|Mission type||Lunar orbiter|
|Mission duration||Failed to orbit|
|Apogee||1,550 km (960 mi)|
|Spacecraft type||Lunar orbiter|
|Manufacturer||Space Technology Laboratories|
|Launch mass||39.2 kilograms (86 lb)|
|Start of mission|
|Launch date||8 November 1958, 07:30:21GMT|
|Rocket||Thor DM 18-Able I|
|Launch site||Cape Canaveral, LC-17A|
Pioneer 2 (also known as Able 3) was the last of the three project Able space probes designed to probe lunar and cislunar space. The launch took place at 07:30:21 GMT on 8 November 1958. After Pioneer 1 had failed due to guidance system deficiencies, the guidance system was modified with a Doppler command system to ensure more accurate commands and minimize trajectory errors. Once again, the first and second stage portion of the flight was uneventful, but the third stage of the launch vehicle failed to ignite, making it impossible for Pioneer 2 to achieve orbital velocity. An attempt to fire the vernier engines on the probe was unsuccessful and the spacecraft attained a maximum altitude of 1,550 km (960 mi) before reentering Earth's atmosphere at 28.7° N, 1.9° E over NW Africa. A small amount of data was obtained during the short flight, including evidence that the equatorial region around Earth has higher flux and higher energy radiation than previously considered and that the micrometeorite density is higher around Earth than in space. The reason for the third stage failure was unclear, but it was suspected that the firing command from the second stage, which contained the guidance package for the entire launch vehicle, was never received, possibly due to damage to electrical lines during staging.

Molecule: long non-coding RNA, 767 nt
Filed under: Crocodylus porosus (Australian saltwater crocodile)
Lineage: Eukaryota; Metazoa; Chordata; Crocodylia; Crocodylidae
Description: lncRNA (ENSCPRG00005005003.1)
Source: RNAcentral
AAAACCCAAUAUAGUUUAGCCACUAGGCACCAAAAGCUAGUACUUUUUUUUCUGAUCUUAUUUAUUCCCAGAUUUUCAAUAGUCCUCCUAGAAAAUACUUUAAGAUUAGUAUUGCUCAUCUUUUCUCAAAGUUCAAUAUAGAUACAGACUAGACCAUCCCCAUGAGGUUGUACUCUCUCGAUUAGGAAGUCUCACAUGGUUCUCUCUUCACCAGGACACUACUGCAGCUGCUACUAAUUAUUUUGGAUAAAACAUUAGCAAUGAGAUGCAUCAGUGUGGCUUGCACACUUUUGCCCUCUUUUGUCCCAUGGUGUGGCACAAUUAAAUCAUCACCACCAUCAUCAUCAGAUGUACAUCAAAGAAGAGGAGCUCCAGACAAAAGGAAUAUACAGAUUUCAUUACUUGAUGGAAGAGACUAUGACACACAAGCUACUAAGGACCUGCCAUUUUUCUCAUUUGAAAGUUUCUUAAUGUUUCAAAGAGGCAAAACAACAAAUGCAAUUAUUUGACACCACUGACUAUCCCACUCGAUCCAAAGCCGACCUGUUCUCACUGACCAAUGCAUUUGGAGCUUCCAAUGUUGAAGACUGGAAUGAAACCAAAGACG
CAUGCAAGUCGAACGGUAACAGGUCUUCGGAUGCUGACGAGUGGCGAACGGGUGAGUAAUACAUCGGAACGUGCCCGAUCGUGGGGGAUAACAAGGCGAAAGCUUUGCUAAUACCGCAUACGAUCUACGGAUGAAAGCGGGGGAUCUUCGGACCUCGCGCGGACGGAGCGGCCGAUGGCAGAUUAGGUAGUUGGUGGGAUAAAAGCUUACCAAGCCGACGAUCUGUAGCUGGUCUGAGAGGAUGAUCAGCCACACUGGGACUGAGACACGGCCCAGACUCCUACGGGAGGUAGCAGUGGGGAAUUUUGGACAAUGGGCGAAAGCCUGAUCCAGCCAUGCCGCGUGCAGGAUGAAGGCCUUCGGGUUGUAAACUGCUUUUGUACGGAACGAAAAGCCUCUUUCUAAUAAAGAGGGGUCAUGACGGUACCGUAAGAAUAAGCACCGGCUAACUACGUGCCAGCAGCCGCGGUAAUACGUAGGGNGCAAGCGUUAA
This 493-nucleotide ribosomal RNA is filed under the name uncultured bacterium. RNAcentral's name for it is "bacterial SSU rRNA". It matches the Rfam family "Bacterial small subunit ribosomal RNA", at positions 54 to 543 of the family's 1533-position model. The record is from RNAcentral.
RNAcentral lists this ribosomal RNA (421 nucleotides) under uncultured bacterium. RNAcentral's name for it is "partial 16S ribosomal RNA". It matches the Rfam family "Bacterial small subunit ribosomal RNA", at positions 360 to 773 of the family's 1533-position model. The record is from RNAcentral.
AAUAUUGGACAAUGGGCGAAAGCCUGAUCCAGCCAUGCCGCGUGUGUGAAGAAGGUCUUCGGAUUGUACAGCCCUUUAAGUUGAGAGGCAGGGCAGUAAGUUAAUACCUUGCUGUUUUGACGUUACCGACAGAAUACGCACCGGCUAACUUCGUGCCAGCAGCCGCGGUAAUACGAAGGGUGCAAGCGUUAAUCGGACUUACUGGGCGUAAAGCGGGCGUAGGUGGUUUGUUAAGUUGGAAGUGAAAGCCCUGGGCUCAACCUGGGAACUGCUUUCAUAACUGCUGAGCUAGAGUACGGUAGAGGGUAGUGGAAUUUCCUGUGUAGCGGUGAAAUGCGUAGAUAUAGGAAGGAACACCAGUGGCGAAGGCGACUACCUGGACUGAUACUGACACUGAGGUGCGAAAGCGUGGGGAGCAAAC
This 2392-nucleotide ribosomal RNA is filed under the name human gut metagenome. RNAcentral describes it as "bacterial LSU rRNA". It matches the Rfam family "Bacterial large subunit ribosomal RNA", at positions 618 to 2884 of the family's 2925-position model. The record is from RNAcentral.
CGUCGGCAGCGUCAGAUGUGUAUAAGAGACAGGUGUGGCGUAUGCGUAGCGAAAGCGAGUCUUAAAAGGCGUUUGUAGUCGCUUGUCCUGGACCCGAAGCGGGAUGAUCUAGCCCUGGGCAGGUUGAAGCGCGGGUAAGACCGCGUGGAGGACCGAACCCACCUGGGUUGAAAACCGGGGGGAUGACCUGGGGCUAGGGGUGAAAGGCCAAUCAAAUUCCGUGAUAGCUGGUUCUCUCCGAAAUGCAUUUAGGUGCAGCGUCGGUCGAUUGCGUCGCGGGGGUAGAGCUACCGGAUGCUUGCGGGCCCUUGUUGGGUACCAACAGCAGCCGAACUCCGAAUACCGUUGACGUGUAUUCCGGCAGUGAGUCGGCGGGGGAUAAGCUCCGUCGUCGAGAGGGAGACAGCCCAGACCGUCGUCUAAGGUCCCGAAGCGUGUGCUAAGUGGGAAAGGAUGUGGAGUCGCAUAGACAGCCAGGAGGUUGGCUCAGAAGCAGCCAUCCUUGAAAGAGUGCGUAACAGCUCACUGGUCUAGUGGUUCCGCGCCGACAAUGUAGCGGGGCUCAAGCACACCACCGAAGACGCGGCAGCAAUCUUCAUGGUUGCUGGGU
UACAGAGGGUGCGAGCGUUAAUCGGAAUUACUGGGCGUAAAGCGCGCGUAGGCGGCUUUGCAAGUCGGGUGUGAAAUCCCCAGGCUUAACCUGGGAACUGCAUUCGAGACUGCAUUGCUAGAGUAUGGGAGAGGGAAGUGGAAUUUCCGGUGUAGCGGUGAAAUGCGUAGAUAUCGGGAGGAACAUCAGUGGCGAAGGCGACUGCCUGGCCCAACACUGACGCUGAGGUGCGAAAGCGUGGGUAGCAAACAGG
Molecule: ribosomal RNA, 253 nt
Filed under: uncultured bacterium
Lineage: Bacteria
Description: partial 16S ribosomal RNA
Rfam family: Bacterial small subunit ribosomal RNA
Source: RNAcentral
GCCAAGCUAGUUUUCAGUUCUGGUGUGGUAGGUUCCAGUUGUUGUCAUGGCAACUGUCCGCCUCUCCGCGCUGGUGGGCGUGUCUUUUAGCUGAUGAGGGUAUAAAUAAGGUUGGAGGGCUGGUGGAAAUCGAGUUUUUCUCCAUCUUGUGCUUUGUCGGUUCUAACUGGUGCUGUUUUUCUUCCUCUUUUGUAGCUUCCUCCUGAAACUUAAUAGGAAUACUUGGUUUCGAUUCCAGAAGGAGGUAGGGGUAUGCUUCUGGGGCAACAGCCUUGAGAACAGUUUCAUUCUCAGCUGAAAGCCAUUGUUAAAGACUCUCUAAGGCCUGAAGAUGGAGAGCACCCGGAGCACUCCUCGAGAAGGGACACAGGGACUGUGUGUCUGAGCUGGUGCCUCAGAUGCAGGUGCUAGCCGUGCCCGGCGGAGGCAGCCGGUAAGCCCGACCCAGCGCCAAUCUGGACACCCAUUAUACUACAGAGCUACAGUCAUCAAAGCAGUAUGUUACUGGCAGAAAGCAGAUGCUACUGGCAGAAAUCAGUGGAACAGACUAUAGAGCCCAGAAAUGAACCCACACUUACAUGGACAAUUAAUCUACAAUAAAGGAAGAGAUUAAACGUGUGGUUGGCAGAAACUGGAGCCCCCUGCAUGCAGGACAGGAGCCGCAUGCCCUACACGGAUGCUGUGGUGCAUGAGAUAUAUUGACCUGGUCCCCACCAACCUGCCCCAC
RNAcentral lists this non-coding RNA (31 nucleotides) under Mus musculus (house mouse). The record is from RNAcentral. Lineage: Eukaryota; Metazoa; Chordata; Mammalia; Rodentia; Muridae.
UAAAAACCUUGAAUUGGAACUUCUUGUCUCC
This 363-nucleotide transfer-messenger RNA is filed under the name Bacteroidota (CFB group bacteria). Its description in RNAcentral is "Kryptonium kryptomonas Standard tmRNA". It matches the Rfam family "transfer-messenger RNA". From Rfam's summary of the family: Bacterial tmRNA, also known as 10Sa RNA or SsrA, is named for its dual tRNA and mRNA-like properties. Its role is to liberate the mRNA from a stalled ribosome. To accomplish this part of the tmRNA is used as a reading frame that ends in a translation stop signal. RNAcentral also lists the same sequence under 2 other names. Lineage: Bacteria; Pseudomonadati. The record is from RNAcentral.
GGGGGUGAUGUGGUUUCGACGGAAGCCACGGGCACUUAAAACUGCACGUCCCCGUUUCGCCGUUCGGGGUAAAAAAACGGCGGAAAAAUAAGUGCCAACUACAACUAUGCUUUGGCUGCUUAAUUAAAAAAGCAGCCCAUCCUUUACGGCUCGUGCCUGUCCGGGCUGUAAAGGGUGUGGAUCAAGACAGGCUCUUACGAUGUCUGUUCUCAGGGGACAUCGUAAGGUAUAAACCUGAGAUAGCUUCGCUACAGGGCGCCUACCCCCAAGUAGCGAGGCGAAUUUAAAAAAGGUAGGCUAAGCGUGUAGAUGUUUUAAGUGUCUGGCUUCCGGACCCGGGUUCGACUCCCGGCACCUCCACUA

Pioneer 2 (NSSDCA ID: PION2) was nearly identical to Pioneer 1. It consisted of a thin cylindrical midsection with a squat truncated cone frustum on each side. The cylinder was 74 centimeters (29 in) in diameter and the height from the top of one cone to the top of the opposite cone was 76 centimeters (30 in). Along the axis of the spacecraft and protruding from the end of the lower cone was a 11-kilogram (24 lb) solid propellant injection rocket and rocket case, which formed the main structural member of the spacecraft. Eight small low-thrust solid propellant velocity adjustment rockets were mounted on the end of the upper cone in a ring assembly which could be jettisoned after use. A magnetic dipole antenna also protruded from the top of the upper cone. The shell was composed of laminated plastic. The total mass of the spacecraft after vernier separation but before injection rocket firing was 39.5 kilograms (87 lb).
The scientific instrument package had a mass of 15.6 kg (34.4 lb) and consisted of an STL image-scanning television system (which replaced the NOTS (Naval Ordnance Test Station) image scanning infrared television system on Pioneer 1), a proportional counter for radiation measurements, an ionization chamber to measure radiation in space, a diaphragm/microphone assembly to detect micrometeorites, a spin-coil magnetometer to measure magnetic fields to 5 microgauss, and temperature-variable resistors to record spacecraft internal conditions. The spacecraft was powered by nickel-cadmium batteries for ignition of the rockets, silver cell batteries for the television system, and mercury batteries for the remaining circuits. The radio transmission was at 108.06 MHz through a magnetic dipole antenna for the television system, telemetry, and doppler. Ground commands were received at 115 MHz. The spacecraft was to be spin-stabilized at 1.8 revolutions per second, the spin direction approximately perpendicular to the geomagnetic meridian planes of the trajectory.